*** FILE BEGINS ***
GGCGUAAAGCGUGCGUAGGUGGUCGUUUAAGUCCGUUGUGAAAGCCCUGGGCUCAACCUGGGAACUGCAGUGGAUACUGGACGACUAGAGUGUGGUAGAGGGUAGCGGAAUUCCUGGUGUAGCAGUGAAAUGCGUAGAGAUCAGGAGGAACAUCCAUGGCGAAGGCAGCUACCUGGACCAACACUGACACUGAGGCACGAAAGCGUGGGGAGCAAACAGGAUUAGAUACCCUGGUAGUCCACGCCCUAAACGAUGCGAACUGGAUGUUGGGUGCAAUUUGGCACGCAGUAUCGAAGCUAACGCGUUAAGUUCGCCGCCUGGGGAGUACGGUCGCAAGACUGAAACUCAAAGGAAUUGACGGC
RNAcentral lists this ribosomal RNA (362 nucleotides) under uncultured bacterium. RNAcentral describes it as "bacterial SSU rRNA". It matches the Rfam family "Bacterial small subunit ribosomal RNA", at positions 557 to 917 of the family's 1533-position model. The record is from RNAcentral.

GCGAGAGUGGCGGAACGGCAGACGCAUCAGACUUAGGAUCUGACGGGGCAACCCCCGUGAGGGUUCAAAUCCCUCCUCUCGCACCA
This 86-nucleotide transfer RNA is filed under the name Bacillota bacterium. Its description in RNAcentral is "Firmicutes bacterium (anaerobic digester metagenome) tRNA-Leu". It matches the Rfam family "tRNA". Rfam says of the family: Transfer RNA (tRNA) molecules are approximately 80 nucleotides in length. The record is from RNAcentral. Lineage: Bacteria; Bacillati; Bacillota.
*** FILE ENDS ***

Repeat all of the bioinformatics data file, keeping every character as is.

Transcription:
GGCGUAAAGCGUGCGUAGGUGGUCGUUUAAGUCCGUUGUGAAAGCCCUGGGCUCAACCUGGGAACUGCAGUGGAUACUGGACGACUAGAGUGUGGUAGAGGGUAGCGGAAUUCCUGGUGUAGCAGUGAAAUGCGUAGAGAUCAGGAGGAACAUCCAUGGCGAAGGCAGCUACCUGGACCAACACUGACACUGAGGCACGAAAGCGUGGGGAGCAAACAGGAUUAGAUACCCUGGUAGUCCACGCCCUAAACGAUGCGAACUGGAUGUUGGGUGCAAUUUGGCACGCAGUAUCGAAGCUAACGCGUUAAGUUCGCCGCCUGGGGAGUACGGUCGCAAGACUGAAACUCAAAGGAAUUGACGGC
RNAcentral lists this ribosomal RNA (362 nucleotides) under uncultured bacterium. RNAcentral describes it as "bacterial SSU rRNA". It matches the Rfam family "Bacterial small subunit ribosomal RNA", at positions 557 to 917 of the family's 1533-position model. The record is from RNAcentral.

GCGAGAGUGGCGGAACGGCAGACGCAUCAGACUUAGGAUCUGACGGGGCAACCCCCGUGAGGGUUCAAAUCCCUCCUCUCGCACCA
This 86-nucleotide transfer RNA is filed under the name Bacillota bacterium. Its description in RNAcentral is "Firmicutes bacterium (anaerobic digester metagenome) tRNA-Leu". It matches the Rfam family "tRNA". Rfam says of the family: Transfer RNA (tRNA) molecules are approximately 80 nucleotides in length. The record is from RNAcentral. Lineage: Bacteria; Bacillati; Bacillota.